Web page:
Clarett, 21, was two years removed from high school when he sued the NFL last year, arguing the league could not legally enforce its rule that a draft prospect must be at least three years out of high school. His attorneys said that rule violated antitrust laws and denied younger players the right to make a living.
U.S. District Judge Shira Scheindlin ruled for Clarett in February 2004. But a three-judge panel of the 2nd U.S. Circuit Court of Appeals disagreed, barring him from last year's draft. Clarett filed an emergency appeal to the Supreme Court, but Justices Ruth Bader Ginsburg and John Paul Stevens turned him down.
"There was zero chance that the Supreme Court would have taken this case, so I don't think many people were paying attention to it," said Tulane law professor Gary Roberts, an antitrust specialist.
Clarett began his legal battle after he was suspended from Ohio State for violating NCAA bylaws concerning benefits for athletes and for lying to investigators. In 2002, he set school freshman records with 1,237 yards rushing and 18 touchdowns as the Buckeyes won the national championship for the first time in 34 years.
His initial court victory prompted USC sophomore receiver Mike Williams also to declare himself eligible for the draft. Williams wound up hiring an agent, making himself ineligible to play NCAA football, and unsuccessfully sought to return to the Trojans after the Clarett decision was reversed.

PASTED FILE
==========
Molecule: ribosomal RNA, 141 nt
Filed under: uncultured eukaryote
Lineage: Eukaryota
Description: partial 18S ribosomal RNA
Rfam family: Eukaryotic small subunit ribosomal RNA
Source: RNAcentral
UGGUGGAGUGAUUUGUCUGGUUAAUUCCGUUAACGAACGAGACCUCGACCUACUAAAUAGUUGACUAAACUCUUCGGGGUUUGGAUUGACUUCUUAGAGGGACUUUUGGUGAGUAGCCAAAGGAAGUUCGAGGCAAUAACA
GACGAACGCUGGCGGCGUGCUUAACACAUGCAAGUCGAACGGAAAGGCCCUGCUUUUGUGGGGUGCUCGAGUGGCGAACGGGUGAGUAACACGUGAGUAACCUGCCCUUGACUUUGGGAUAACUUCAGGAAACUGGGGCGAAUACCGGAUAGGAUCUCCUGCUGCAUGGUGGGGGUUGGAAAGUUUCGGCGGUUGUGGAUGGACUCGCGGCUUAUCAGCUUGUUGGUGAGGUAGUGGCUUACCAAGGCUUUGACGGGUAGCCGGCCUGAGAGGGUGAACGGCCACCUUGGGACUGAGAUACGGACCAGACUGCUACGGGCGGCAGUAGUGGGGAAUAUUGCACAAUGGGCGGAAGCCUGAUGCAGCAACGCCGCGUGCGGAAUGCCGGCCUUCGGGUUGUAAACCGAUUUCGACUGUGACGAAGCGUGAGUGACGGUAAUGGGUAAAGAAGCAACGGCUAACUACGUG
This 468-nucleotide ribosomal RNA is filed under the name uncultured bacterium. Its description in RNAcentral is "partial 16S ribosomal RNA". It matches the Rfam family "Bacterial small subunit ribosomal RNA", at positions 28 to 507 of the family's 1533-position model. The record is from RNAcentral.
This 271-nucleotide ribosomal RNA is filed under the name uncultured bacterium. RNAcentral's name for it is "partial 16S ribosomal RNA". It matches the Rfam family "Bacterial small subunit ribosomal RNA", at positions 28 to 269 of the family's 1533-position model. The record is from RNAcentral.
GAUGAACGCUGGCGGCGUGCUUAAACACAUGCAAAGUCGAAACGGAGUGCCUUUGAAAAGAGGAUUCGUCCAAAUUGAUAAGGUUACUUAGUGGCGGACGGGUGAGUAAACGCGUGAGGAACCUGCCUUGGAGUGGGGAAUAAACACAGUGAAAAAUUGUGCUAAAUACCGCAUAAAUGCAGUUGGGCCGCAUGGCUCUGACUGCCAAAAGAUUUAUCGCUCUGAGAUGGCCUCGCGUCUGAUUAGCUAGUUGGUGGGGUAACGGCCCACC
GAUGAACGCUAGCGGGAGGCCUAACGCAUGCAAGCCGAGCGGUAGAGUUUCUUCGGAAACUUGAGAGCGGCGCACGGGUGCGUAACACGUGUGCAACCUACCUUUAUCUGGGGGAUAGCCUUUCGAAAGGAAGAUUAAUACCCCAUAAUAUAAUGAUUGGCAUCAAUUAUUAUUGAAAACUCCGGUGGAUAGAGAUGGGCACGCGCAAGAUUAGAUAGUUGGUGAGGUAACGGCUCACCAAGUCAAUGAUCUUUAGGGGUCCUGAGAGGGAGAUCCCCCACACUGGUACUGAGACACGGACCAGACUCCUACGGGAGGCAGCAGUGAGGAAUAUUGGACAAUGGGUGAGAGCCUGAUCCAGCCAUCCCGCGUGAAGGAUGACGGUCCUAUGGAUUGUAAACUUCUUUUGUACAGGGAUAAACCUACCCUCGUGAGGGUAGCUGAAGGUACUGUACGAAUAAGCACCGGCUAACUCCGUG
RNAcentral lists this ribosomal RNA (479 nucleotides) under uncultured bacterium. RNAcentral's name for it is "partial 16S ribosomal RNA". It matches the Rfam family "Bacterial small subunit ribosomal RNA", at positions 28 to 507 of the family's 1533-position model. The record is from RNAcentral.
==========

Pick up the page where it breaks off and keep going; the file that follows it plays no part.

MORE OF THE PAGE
Exceptions to laws barring restraint of trade can exist if they result from a collective bargaining agreement. While the three-year rule is not spelled out in the NFL's pact with its union, it is enforceable just the same, experts said.
The Clarett case "was a significant case from a legal standpoint because it has now drilled home to people ... that you don't have to have something in a collective bargaining agreement in order for the labor exemption to apply," Roberts said. "For some reason, Clarett's lawyer didn't understand that, and there were a lot of people who were making comments to the newspaper who didn't understand that."
The outcome made little sense to Bruce Svare, director of the National Institute for Sports Reform in Selkirk, N.Y.
"This essentially is a conspiracy between the NFL and the NCAA to protect college football," Svare said. "If there was not this collusion between the NFL and NCAA, then the NCAA would go down the tubes. Everything seems to be working out in favor of the NFL maintaining its free farm system."
Jerome Stanley, a Los Angeles-based attorney and sports agent who has represented several NFL and NBA players, said Clarett was "right on point with his position."
"The big difference between the NFL and the NBA is that the NBA Players Assn. is philosophically opposed to prohibiting people from working based on age," Stanley said. "The NFL Players Assn. gave the issue up."
Source : http://articles.latimes.com/2005/apr/05/sports/sp-clarett5